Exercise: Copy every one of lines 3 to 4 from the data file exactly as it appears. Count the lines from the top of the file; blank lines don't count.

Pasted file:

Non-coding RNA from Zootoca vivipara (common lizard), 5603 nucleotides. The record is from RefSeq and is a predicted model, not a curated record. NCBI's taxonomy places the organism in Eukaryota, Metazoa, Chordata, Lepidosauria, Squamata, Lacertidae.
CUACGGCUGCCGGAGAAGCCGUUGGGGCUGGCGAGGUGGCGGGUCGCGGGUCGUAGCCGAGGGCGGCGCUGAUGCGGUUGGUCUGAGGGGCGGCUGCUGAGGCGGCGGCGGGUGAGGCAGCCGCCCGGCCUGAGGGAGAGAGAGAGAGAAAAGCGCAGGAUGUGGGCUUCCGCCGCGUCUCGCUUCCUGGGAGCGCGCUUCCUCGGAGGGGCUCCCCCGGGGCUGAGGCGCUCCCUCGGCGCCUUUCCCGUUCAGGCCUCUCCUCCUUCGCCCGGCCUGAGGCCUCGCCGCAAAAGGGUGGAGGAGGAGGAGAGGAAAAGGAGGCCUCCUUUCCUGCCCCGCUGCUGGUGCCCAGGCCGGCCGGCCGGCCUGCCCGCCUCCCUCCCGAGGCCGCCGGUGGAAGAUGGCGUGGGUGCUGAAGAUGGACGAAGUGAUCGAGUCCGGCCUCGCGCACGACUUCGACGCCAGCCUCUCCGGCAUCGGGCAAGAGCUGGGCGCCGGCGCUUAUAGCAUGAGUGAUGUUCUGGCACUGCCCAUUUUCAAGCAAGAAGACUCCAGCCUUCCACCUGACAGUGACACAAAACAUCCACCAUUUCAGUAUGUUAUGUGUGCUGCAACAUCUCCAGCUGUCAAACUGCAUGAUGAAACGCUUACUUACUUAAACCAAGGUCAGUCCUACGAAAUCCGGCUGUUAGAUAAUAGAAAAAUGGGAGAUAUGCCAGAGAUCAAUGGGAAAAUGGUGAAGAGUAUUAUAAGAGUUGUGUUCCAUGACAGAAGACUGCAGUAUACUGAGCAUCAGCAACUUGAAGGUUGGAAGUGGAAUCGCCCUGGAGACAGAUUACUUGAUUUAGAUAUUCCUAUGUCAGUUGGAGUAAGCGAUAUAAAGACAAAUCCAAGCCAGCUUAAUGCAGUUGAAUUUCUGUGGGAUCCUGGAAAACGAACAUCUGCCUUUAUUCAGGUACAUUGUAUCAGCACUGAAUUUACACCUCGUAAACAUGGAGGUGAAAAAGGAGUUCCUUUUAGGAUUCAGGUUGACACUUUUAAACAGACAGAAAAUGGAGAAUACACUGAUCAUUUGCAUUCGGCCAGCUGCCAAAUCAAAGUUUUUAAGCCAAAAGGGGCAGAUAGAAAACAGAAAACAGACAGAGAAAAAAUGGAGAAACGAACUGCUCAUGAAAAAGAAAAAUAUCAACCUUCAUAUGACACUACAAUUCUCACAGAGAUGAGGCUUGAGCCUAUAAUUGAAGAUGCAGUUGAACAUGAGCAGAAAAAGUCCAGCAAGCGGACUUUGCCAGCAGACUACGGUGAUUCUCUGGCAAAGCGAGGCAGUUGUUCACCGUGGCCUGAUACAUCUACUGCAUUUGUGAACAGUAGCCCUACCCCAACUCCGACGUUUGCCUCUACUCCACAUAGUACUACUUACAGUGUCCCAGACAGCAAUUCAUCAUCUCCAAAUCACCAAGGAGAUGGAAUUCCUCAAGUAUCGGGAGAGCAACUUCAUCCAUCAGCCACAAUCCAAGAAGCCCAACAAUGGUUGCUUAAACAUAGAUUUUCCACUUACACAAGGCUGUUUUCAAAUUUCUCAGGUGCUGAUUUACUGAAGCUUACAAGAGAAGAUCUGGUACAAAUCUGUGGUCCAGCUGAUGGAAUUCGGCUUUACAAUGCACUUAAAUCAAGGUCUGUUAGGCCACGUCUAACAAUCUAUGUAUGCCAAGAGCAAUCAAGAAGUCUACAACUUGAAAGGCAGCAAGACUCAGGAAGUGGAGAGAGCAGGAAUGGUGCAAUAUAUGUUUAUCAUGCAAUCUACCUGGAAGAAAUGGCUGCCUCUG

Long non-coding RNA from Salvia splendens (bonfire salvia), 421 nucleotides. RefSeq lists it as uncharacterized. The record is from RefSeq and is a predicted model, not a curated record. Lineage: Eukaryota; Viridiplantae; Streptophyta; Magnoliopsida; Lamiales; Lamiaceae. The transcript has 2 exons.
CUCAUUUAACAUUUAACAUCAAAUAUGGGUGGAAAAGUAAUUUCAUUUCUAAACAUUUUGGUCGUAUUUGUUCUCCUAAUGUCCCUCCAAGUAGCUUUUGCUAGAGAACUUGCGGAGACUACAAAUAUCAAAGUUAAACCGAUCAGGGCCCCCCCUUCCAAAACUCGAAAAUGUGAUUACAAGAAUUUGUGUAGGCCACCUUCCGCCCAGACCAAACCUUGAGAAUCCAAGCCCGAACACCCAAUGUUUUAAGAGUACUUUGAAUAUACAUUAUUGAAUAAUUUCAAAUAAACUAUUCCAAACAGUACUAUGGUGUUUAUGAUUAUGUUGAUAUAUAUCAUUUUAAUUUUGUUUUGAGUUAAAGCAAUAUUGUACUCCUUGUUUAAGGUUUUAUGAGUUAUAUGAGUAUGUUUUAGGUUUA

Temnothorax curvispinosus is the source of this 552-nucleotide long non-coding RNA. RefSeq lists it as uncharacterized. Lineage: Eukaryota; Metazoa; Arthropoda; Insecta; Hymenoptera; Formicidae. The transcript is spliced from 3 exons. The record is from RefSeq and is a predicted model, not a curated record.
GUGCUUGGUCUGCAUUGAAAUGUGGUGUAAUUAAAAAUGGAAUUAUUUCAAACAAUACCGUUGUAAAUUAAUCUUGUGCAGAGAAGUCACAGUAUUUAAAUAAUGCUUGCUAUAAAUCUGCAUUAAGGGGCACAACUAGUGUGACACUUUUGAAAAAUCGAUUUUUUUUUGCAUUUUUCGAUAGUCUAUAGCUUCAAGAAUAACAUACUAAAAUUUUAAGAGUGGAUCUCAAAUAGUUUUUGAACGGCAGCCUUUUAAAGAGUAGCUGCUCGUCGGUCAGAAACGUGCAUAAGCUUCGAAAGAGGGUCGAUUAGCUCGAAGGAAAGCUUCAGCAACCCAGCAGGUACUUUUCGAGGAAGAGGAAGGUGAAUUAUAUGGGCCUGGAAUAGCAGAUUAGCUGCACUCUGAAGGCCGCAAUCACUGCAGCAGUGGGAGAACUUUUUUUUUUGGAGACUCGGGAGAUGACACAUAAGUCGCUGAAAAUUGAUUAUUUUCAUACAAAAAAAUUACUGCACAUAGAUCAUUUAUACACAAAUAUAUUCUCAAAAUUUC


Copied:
Long non-coding RNA from Salvia splendens (bonfire salvia), 421 nucleotides. RefSeq lists it as uncharacterized. The record is from RefSeq and is a predicted model, not a curated record. Lineage: Eukaryota; Viridiplantae; Streptophyta; Magnoliopsida; Lamiales; Lamiaceae. The transcript has 2 exons.
CUCAUUUAACAUUUAACAUCAAAUAUGGGUGGAAAAGUAAUUUCAUUUCUAAACAUUUUGGUCGUAUUUGUUCUCCUAAUGUCCCUCCAAGUAGCUUUUGCUAGAGAACUUGCGGAGACUACAAAUAUCAAAGUUAAACCGAUCAGGGCCCCCCCUUCCAAAACUCGAAAAUGUGAUUACAAGAAUUUGUGUAGGCCACCUUCCGCCCAGACCAAACCUUGAGAAUCCAAGCCCGAACACCCAAUGUUUUAAGAGUACUUUGAAUAUACAUUAUUGAAUAAUUUCAAAUAAACUAUUCCAAACAGUACUAUGGUGUUUAUGAUUAUGUUGAUAUAUAUCAUUUUAAUUUUGUUUUGAGUUAAAGCAAUAUUGUACUCCUUGUUUAAGGUUUUAUGAGUUAUAUGAGUAUGUUUUAGGUUUA